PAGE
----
Canine ehrlichiosis (see Ehrlichiosis, Anaplasmosis, and Related Infections in Animals) is a tickborne disease caused by one of several species of Ehrlichia. It can be associated with thrombocytopenia, anemia, and neutropenia as well as other nonspecific clinical signs. Although identification of Ehrlichia morulae in leukocytes can be diagnostic for this infection, serologic assay for detection of antibodies is more common and has better sensitivity. In-house tests for ehrlichiosis are either qualitative (giving only a positive or negative result) or semiquantitative tests for antibodies to E canis. Those currently available are ELISA to be performed on serum, plasma, or whole blood. The test kits use either recombinant analogues of major outer membrane proteins of E canis or whole E canis proteins as the antigen. The different Ehrlichia species stimulate antibodies that appear to cross-react in these assays, for the most part. Because anti−E canis antibodies may be very long-lived and may be present in subclinical infections, detection of these antibodies does not distinguish between exposure and Ehrlichia-induced illness and cannot reliably indicate success of response to therapy.
B canis is not a problem in some countries, and tests are not always readily available. However, infection may be subclinical, or it may cause a variety of clinical signs, including abortion, infertility, and discospondylitis (see Brucellosis in Dogs). Infection most often occurs during mating; thus, testing of breeding animals is important in disease prevention. A rapid slide agglutination test that includes a 2-mercaptoethanol (2-ME) step to reduce false-positive results by eliminating nonspecific IgM reactions is available as an in-house diagnostic kit. This assay detects serum antibody to surface antigens of the bacteria. Reports of sensitivity and specificity of this test vary depending on the confirmatory test used. ELISA and immunochromatographic assays have been developed for qualitative and semiquantitative tests for anti–B canis antibodies. Positive results obtained using any of these test kits should be confirmed with PCR or blood culture.
Serologic testing for heartworm antigen in dogs is more sensitive than screening for microfilaremia and, in addition, can detect occult infections. Heartworm antigen is first detectable at ~5 mo after infection and will usually precede microfilaremia by a few weeks; however, this time frame may be shifted later in animals on macrocyclic lactone preventives and those with low numbers of worms. Antigen test formats available include ELISA and immunochromatographic assays. Serum or plasma may be used in all kits, and some may be performed using whole blood. Some test kits can be stored at room temperature, whereas others must be stored refrigerated and brought to room temperature before use. Batch testing and single sample testing are both available. All of the test kits have very high specificity. False-positive results are most often due to technical problems such as inadequate washing or failure to read the results at the optimal time. Manufacturer’s instructions should be closely followed with any of the test formats.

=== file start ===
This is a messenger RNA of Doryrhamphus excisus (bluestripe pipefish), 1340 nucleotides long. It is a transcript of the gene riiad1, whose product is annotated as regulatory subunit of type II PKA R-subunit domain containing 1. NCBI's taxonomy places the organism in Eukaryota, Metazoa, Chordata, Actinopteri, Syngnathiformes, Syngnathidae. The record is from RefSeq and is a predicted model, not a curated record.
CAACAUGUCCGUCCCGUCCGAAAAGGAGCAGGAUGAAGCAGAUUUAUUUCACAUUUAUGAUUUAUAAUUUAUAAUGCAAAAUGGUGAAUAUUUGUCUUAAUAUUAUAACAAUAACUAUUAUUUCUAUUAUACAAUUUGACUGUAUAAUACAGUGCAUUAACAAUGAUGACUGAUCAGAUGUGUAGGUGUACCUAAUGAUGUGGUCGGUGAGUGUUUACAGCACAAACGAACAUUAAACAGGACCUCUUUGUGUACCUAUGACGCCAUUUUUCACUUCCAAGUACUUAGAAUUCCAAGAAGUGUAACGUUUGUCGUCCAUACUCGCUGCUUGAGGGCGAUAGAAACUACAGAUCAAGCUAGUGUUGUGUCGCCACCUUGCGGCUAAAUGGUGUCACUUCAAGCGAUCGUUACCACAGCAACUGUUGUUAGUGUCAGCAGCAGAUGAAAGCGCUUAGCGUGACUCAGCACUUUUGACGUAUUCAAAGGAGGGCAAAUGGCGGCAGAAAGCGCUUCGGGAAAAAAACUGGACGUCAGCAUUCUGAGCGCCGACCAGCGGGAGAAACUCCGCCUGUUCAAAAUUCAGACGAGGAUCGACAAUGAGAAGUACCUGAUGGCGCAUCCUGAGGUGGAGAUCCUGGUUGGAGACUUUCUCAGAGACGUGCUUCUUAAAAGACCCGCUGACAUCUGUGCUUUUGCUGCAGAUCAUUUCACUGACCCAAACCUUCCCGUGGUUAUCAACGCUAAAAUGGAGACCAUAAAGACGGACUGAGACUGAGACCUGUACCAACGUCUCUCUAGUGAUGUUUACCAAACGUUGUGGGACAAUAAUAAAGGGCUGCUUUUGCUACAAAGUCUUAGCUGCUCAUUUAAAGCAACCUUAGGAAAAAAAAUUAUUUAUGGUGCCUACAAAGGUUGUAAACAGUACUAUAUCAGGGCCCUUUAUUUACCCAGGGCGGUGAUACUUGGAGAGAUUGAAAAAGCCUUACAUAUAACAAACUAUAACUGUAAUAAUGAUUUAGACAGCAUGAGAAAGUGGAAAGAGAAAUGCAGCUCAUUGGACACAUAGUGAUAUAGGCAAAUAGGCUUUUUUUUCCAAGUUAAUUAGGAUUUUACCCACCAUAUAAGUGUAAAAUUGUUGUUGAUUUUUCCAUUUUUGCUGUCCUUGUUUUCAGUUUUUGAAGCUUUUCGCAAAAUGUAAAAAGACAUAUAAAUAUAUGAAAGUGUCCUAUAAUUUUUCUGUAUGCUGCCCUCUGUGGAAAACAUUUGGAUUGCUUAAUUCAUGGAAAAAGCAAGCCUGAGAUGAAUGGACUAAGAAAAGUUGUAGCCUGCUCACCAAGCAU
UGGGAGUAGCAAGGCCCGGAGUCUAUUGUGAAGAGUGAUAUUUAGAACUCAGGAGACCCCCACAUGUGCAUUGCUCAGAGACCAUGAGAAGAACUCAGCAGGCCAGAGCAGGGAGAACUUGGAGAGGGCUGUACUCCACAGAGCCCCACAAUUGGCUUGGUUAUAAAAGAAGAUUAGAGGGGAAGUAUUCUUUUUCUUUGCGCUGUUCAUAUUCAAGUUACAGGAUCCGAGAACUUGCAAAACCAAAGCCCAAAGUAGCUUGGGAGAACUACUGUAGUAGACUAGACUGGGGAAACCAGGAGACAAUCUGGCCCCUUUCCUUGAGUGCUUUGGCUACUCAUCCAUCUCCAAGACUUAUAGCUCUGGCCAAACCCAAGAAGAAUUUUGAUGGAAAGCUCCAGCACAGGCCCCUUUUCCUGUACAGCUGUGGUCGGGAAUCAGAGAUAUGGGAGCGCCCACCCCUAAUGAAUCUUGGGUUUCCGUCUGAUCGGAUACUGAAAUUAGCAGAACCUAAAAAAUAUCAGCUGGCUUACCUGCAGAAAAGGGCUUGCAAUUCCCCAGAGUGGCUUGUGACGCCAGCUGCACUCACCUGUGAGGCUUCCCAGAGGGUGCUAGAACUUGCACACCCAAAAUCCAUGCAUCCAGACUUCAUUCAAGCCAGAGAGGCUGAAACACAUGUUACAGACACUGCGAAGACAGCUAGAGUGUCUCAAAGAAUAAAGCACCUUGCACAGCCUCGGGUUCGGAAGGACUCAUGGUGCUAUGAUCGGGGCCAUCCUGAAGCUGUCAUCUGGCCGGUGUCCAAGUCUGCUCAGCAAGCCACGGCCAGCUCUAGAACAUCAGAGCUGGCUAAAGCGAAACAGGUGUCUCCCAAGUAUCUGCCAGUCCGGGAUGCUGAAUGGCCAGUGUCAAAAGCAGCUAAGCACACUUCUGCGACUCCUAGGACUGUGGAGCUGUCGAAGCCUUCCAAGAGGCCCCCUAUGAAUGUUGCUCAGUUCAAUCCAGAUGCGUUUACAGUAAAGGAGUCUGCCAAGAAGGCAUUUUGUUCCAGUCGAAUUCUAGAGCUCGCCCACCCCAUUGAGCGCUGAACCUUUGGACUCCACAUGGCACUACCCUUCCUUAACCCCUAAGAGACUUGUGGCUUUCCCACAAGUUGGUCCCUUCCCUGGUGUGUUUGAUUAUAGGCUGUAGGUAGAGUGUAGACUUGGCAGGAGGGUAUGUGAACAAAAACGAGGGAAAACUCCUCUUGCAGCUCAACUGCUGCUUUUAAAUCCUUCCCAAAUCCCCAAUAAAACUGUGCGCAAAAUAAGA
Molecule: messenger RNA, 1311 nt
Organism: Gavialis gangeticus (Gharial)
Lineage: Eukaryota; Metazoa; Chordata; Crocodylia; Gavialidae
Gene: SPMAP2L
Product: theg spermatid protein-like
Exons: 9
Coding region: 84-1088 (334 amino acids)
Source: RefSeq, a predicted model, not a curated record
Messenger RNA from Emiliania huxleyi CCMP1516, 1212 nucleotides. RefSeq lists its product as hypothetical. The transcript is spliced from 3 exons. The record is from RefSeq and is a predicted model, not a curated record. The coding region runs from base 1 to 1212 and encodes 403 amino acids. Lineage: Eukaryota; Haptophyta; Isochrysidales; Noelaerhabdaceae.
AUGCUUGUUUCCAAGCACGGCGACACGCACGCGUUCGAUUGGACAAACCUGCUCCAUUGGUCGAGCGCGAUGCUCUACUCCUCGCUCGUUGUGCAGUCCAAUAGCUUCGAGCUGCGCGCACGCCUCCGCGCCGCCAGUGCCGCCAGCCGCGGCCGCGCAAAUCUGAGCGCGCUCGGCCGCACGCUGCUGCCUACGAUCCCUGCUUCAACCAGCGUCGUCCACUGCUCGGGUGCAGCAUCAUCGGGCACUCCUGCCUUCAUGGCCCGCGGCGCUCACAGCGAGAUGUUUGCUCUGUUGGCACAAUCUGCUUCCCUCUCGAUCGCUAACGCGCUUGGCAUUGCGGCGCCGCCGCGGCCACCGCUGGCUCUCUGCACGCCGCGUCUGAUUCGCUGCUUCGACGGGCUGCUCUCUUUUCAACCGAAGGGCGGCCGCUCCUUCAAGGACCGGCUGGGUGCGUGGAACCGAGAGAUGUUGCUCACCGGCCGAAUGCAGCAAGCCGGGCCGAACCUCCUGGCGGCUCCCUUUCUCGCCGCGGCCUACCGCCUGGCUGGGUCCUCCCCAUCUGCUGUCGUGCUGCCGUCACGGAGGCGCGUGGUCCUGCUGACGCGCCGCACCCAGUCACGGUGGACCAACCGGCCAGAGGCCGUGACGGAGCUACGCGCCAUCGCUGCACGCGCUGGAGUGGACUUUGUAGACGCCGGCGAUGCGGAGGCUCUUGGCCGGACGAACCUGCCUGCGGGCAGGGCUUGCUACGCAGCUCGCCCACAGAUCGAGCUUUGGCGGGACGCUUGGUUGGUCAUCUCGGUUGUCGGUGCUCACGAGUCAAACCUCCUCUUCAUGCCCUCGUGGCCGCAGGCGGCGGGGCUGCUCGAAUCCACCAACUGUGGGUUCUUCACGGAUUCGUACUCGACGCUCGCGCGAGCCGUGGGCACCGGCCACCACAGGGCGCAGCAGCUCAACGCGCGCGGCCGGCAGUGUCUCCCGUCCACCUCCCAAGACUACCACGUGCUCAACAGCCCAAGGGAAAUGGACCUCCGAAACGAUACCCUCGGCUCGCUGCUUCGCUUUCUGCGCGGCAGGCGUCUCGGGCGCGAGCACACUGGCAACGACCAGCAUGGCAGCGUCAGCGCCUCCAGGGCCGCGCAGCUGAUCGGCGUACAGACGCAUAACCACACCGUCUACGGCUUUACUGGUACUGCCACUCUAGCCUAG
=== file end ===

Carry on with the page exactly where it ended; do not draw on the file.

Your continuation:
Sensitivity varies from one test to another and is affected by worm load, worm gender (a female antigen is detected, thus male-only infections will not be detected), and maturity of female worms. None of these tests has 100% sensitivity. When unexpected false results are obtained on an antigen test, additional testing, using a different format, is recommended.
After adulticide treatment, antigenemia should become undetectable by 6 mo. However, it can take more than a month for some adult heartworms to die, so a positive antigen test at 5–6 mo after treatment does not necessarily indicate treatment failure. The test should be repeated 2–3 mo later.
Heartworm disease in cats is substantially different from the disease in dogs, and recommendations for serologic testing are consequently different. Cats tend to have a much lower worm burden—often only one or two worms. Cats also have single-sex infections more frequently than do dogs. Circulating microfilaremia is rare in cats, and microfilariae have a shorter life span. These differences are often attributed to a more effective feline immune response to heartworm infection. However, heartworms can cause serious disease in cats.